Illuminated Memories

Illuminated Memories
My aunt, at 88, remembers a time without electricity, where irons needed coals. Memories of the interior of Ceará highlight the simplicity and richness of family life, even with difficulties such as food storage and slow communication. Ancient times were scarce in resources but rich in humanity and personal connection.
Video Duration: 
Naiana Souza
Tuesday, May 14, 2024

“Wow... How everything changes.” That's what my 88-year-old aunt once said when she watched me ironing clothes.

She went on to say: “These days, things are much simpler. In my time, we had to use hot coals inside the iron to be able to do exactly what you are doing. Today, all you have to do is plug it in and everything is resolved.”
This comment, in addition to making me reflect, awakened many memories in me.
I live in a district of a small city in the interior of Ceará, Brazil, and when I was growing up, we went to visit an even more remote village, called Cipó, where there was no electricity at the time.

I remember the difficulties in storing food and even drinking ice-cold water during the heat of summer. Still, the water we were served seemed to have a special flavor. Anyone who has ever drunk water from a pot knows...

To maintain hygiene, no one drank water from the glass used to take water from the pot, one glass to take and another to serve.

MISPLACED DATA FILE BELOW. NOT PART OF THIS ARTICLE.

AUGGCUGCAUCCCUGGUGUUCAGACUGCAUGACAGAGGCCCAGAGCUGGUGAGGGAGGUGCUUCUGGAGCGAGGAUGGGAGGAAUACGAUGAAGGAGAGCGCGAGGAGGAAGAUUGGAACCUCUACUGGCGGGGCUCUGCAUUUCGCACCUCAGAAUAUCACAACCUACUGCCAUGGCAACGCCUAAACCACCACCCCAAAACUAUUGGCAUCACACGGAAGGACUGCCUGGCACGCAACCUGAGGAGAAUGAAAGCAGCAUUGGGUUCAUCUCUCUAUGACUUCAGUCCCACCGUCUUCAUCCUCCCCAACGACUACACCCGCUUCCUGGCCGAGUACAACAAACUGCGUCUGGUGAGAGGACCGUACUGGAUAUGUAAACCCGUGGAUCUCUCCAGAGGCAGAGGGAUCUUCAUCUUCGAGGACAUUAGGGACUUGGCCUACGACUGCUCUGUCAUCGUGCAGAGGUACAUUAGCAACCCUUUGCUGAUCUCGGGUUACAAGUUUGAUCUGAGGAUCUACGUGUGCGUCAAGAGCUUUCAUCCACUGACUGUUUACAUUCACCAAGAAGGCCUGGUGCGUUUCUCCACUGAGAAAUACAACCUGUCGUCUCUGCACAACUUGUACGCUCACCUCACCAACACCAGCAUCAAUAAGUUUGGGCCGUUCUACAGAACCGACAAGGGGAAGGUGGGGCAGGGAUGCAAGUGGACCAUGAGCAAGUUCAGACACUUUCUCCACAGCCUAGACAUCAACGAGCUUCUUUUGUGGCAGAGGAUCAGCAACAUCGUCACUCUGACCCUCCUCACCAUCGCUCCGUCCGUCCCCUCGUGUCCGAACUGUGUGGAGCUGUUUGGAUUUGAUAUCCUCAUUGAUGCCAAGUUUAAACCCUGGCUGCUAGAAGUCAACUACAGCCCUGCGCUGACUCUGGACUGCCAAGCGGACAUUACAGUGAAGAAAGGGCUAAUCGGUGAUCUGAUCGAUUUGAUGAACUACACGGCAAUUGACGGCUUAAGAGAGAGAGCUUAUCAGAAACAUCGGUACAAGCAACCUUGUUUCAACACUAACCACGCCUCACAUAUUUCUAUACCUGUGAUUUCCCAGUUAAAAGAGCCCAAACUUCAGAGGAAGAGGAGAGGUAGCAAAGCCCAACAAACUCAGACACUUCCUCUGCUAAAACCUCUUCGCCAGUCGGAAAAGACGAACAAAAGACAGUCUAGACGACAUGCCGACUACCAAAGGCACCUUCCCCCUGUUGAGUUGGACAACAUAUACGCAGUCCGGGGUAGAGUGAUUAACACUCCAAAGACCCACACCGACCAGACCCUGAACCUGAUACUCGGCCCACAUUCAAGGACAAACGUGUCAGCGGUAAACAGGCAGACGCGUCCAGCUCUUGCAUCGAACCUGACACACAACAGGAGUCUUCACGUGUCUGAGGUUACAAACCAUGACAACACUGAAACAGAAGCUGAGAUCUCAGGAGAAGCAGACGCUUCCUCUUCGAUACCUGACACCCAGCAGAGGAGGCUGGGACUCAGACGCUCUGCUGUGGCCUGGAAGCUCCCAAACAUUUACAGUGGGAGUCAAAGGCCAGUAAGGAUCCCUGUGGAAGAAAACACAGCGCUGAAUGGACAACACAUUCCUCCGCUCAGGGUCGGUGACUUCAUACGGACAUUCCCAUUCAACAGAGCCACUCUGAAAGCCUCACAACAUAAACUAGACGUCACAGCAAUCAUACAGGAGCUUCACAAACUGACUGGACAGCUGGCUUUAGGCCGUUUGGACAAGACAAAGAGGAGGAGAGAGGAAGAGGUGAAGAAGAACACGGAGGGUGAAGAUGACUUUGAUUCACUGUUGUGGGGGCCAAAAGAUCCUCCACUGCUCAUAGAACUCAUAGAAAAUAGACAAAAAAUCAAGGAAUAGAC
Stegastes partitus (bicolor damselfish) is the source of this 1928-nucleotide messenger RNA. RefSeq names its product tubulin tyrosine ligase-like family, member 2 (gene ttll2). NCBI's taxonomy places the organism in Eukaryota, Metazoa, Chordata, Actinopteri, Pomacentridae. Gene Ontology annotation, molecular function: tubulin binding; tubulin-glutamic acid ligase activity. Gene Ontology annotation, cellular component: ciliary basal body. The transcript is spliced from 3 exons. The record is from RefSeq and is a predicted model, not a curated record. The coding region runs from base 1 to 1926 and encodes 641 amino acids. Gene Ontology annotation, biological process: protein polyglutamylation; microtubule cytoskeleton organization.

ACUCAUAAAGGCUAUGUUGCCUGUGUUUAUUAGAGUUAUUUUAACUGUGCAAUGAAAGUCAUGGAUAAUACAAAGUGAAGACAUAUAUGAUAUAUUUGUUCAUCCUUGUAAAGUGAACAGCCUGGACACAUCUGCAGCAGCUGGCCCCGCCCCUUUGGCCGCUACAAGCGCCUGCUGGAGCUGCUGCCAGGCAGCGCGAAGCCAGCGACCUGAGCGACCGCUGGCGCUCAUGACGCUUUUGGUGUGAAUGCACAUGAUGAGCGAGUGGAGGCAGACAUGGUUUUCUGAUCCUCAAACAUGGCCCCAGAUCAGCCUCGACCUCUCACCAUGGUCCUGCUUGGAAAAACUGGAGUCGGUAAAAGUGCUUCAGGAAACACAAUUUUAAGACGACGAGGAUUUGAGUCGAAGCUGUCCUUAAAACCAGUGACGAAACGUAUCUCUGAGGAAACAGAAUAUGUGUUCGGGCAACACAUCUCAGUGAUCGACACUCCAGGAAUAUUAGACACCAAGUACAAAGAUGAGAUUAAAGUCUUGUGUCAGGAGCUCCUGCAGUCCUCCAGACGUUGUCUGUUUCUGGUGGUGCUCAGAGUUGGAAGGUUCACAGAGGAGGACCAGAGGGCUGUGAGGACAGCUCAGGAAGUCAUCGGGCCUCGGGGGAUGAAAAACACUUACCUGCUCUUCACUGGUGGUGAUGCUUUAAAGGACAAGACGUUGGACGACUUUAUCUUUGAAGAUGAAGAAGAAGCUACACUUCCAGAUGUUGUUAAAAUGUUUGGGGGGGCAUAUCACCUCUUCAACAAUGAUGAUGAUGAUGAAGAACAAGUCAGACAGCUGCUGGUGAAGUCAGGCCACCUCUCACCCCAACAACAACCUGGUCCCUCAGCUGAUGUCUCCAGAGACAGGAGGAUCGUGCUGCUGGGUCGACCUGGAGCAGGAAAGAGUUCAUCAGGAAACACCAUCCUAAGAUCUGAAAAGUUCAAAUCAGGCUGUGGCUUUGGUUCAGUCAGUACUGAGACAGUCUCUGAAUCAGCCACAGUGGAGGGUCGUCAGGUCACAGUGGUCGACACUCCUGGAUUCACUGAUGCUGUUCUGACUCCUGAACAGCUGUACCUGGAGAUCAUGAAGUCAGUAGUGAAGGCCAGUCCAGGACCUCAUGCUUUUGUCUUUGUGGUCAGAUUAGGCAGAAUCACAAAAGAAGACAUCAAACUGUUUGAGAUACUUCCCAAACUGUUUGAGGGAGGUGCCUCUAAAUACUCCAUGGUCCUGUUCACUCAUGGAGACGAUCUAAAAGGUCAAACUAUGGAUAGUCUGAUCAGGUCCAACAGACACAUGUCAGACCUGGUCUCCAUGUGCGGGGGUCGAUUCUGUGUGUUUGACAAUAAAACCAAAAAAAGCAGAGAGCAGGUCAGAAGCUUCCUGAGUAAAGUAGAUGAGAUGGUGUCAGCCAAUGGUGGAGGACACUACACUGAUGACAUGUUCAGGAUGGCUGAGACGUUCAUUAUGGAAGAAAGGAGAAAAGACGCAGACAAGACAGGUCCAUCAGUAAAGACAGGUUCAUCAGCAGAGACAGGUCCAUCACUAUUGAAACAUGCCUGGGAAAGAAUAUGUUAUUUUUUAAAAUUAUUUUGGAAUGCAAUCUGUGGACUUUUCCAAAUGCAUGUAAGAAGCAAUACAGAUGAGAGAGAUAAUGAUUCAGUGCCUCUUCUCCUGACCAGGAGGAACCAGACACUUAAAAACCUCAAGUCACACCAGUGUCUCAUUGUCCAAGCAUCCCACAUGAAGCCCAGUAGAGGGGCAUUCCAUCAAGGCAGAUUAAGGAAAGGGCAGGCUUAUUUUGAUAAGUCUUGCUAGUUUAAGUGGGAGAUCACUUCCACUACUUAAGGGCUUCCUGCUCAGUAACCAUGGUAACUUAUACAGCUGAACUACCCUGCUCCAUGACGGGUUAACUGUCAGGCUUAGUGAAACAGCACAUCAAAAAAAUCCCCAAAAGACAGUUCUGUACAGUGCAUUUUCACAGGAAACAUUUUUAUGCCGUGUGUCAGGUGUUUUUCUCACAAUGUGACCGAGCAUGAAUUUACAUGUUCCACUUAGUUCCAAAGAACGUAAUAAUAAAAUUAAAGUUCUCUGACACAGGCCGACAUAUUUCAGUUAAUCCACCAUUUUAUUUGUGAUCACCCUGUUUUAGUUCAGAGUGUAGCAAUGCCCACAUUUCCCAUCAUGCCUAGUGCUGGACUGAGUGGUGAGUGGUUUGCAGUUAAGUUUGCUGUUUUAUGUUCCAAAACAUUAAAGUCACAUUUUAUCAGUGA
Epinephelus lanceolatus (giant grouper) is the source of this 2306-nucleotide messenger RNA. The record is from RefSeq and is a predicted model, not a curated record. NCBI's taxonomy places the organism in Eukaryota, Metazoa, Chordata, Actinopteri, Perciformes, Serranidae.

In other dialogues with my mother and aunt, they told me that, when they didn't have access to a refrigerator. To preserve the little meat they had at home, they had to salt and dry it. In other cases, preserve it in the food's own fat.
Grains, only dried ones. Flour was kept in huge wooden coffins.
There were times when, when a distant relative passed away, it took hours or even days for the news to arrive.
But the curious thing is that even though we talk about the difficulties of that time, these reports are not of sadness or lamentation. And what it seems to me is that these were difficult times for resources, but plentiful for humanity.
The conversations were in person.

Laughter was often followed by a pat on the back. Elderly people, now neglected, were protagonists in story circles. Legends were feared, and allowed a little of our imagination to become reality.


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